A DOZEN of the world’s leading climate scientists are urging Scotland to adopt an ambitious new target to cut polluting carbon emissions.

Professors from Cambridge, Oxford, London, Edinburgh and Aberdeen universities have written a letter to the Sunday Herald calling on the Scottish Government to aim for “net zero emissions for Scotland by 2050 at the latest”.

Ministers have long been committed to reducing emissions 80 per cent by 2050 and have published plans to increase that to 90 per cent. First Minister Nicola Sturgeon has recently hinted that she may go further and an announcement is expected soon.

The scientists say that the world needs to limit the global average temperature increase to 1.5 degrees centigrade to avoid “large negative impacts”. Climate change is already having major impacts on people and wildlife around the world, they warn.

Meeting targets agreed internationally in Paris [in 2016, dealing with greenhouse gas emissions] “requires urgent, transformational global action to rapidly reduce emissions to achieve net zero emissions globally by the second half of the century,” they argue.

“In the interests of equity, richer nations like Scotland clearly need to achieve this goal much sooner than developing nations.”

One of the signatories, Dr James Hansen from Columbia University in the US, criticised big nations for failing to tackle climate change. “Demonstration of leadership by a nation such as Scotland would be a big help as we continue the fight to push laggard nations for the actions needed to stem climate change,” he said.

Pete Smith, Professor of Soils and Global Change at the University of Aberdeen, believes Scotland has an opportunity to lead the world. “We urge the Scottish Government to take up this challenge when it revisits its targets in the coming weeks,” he said.

Gabi Hegerl, Professor of Climate System Science at the University of Edinburgh, argued that humanity needed to stop burning fossil fuels. “Scotland is well placed to lead this transformation, as we have good resources of renewable energy,” she said.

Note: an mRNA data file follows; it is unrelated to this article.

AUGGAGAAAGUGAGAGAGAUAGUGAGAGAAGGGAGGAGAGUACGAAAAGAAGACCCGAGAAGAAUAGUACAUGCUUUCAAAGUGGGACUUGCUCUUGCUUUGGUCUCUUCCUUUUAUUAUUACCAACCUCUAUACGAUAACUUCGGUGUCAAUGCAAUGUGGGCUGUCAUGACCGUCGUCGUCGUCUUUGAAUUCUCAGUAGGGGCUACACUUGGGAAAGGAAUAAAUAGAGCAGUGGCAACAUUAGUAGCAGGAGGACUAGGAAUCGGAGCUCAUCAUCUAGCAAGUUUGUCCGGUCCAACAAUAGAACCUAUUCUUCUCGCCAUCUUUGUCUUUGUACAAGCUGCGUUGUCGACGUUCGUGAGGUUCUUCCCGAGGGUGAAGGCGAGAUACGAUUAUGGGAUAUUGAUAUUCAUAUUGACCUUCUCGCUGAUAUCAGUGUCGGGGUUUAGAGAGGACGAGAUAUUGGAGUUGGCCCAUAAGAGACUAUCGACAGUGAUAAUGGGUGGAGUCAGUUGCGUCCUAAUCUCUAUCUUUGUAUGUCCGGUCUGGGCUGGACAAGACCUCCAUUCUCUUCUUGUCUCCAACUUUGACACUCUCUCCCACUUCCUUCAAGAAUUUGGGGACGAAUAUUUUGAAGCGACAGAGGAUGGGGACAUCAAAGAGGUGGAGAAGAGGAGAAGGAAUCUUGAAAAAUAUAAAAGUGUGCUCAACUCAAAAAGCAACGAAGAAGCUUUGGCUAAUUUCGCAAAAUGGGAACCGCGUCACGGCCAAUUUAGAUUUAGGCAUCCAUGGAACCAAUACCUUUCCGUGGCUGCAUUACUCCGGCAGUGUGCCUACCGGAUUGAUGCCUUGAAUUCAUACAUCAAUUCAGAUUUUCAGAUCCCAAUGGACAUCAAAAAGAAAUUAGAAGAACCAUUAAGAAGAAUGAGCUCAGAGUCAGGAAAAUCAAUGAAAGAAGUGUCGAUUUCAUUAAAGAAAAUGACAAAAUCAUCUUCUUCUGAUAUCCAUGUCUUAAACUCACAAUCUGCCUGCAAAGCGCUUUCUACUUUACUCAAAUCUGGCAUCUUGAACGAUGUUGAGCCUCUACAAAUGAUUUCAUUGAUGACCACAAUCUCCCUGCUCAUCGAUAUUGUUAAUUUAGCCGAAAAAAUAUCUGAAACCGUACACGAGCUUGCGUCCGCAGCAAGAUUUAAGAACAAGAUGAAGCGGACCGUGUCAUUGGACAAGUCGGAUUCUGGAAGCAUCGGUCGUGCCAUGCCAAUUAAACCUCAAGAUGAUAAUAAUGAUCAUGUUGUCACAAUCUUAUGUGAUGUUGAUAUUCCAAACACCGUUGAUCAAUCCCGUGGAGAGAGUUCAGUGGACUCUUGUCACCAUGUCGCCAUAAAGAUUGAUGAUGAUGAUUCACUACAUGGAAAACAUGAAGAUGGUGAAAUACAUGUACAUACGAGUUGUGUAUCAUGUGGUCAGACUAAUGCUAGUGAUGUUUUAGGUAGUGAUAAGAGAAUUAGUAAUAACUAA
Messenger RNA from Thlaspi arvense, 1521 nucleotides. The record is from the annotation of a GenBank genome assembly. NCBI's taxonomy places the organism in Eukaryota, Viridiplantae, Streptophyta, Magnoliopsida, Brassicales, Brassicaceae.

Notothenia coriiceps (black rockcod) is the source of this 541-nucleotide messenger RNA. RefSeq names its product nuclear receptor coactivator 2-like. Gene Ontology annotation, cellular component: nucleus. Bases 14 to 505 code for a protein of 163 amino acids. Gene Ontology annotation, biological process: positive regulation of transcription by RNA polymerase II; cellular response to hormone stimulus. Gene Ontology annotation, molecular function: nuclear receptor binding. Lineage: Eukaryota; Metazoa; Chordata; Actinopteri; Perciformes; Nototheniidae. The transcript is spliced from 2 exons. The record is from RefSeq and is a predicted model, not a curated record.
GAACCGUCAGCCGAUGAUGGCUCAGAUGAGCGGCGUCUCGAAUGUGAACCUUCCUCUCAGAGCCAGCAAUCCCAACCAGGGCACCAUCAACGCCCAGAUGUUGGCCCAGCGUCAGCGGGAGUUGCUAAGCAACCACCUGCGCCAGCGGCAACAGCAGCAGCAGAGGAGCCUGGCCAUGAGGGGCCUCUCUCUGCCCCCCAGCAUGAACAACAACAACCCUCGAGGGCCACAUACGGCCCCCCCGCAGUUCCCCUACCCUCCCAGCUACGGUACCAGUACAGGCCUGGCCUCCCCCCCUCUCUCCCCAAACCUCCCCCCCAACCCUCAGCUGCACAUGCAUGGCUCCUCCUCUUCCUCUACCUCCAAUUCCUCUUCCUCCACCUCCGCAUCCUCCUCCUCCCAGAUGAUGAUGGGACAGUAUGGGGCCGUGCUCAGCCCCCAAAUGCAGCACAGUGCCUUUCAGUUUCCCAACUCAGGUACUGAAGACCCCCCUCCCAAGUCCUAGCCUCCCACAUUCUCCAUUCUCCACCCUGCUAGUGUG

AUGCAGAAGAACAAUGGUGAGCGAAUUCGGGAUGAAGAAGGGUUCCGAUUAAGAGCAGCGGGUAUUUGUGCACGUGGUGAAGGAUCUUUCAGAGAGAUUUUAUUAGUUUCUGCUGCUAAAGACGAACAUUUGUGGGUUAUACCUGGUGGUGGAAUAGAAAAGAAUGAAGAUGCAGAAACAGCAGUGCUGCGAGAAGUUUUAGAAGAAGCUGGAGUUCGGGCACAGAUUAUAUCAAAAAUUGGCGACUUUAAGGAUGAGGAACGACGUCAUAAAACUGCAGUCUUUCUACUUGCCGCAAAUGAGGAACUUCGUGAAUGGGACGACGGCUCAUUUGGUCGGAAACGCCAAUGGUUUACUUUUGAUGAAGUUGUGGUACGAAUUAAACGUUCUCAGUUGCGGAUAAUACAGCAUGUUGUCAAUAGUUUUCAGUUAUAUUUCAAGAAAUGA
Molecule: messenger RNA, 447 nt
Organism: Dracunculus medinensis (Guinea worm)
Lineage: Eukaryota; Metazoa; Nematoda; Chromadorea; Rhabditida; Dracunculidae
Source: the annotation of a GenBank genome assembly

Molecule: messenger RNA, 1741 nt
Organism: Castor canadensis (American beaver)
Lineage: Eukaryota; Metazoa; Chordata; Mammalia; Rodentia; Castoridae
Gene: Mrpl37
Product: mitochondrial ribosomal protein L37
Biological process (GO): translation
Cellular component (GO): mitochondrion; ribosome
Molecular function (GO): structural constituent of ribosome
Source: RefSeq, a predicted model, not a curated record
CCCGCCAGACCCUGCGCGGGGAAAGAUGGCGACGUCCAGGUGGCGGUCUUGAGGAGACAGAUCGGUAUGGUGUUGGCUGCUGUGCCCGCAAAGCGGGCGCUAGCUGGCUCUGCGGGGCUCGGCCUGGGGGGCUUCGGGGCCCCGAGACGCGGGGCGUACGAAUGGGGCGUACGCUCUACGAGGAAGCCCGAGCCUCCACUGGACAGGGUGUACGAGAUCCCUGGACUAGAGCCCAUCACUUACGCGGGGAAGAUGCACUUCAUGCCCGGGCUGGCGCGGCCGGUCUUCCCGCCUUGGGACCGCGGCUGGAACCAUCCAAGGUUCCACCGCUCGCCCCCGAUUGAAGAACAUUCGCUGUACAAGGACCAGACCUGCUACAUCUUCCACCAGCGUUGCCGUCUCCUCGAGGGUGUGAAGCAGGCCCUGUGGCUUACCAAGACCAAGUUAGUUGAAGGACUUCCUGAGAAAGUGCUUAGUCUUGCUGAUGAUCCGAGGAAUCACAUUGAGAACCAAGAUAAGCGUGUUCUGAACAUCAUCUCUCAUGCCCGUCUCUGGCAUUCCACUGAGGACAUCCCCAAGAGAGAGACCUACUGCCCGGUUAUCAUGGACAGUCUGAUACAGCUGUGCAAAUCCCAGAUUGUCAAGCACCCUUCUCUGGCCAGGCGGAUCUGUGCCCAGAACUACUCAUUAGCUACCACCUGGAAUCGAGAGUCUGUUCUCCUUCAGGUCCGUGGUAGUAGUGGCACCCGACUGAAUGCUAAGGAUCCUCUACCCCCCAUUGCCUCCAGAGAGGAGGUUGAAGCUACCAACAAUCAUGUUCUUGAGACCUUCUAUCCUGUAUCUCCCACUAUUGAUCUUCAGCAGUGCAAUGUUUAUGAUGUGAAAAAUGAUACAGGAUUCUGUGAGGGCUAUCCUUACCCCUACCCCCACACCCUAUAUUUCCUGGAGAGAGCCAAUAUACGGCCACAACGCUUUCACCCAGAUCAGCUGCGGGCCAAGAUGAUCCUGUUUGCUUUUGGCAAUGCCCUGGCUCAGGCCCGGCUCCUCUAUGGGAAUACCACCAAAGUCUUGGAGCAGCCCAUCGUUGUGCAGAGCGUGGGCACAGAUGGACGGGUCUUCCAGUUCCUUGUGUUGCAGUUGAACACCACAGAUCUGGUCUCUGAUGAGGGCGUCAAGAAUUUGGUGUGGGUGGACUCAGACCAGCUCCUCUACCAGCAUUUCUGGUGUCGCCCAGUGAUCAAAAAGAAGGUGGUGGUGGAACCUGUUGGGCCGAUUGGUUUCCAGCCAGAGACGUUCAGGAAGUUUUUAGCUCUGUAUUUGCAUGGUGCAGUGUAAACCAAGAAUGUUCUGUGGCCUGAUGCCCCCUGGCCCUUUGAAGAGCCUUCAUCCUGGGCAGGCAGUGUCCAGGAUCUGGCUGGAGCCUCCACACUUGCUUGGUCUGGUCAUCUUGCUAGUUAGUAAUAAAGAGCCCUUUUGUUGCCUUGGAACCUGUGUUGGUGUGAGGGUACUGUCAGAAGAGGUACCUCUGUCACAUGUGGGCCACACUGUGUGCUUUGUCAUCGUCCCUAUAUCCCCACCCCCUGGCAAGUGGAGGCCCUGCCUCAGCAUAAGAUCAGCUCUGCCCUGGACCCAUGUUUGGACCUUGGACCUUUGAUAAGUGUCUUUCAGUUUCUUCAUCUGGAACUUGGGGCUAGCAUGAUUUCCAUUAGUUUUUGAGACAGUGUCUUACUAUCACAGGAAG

“For the sake of ourselves, and our children, lets generate the energy we need from other sources now.”

The joint letter was initiated by the scientists and co-ordinated by WWF Scotland. Half the plant and animal species in the world’s key natural habitats could be wiped out by climate change, warned the environment group’s Gina Hanrahan.

“Wildlife and people here in Scotland, and around the world, are already feeling the impact of climate change,” she said. “Scotland’s politicians must use the upcoming climate change bill to send a clear message that we will secure the benefits of leading the global transition to a zero emissions economy.”

Last week communities from around the world also called on Scotland to up its game to help prevent droughts, storms and floods. Representatives from Africa, Asia and Alaska pressed Scottish ministers to aim for net zero carbon emissions.

According to the Scottish Government, Scotland was internationally acknowledged as a world leader in tackling greenhouse gas emissions. “We are on track to meet our 2020 target to reduce emissions by 42 per cent and have recently published a new climate change plan to ensure this progress continues over the coming decades,” said a spokesperson.

“We support the Paris Agreement aspiration for global emissions to reach net-zero levels during this century. We are considering responses to our consultation on the climate change bill and will shortly set out our proposals to increase our long-term ambition even further, in direct response to the Paris Agreement.”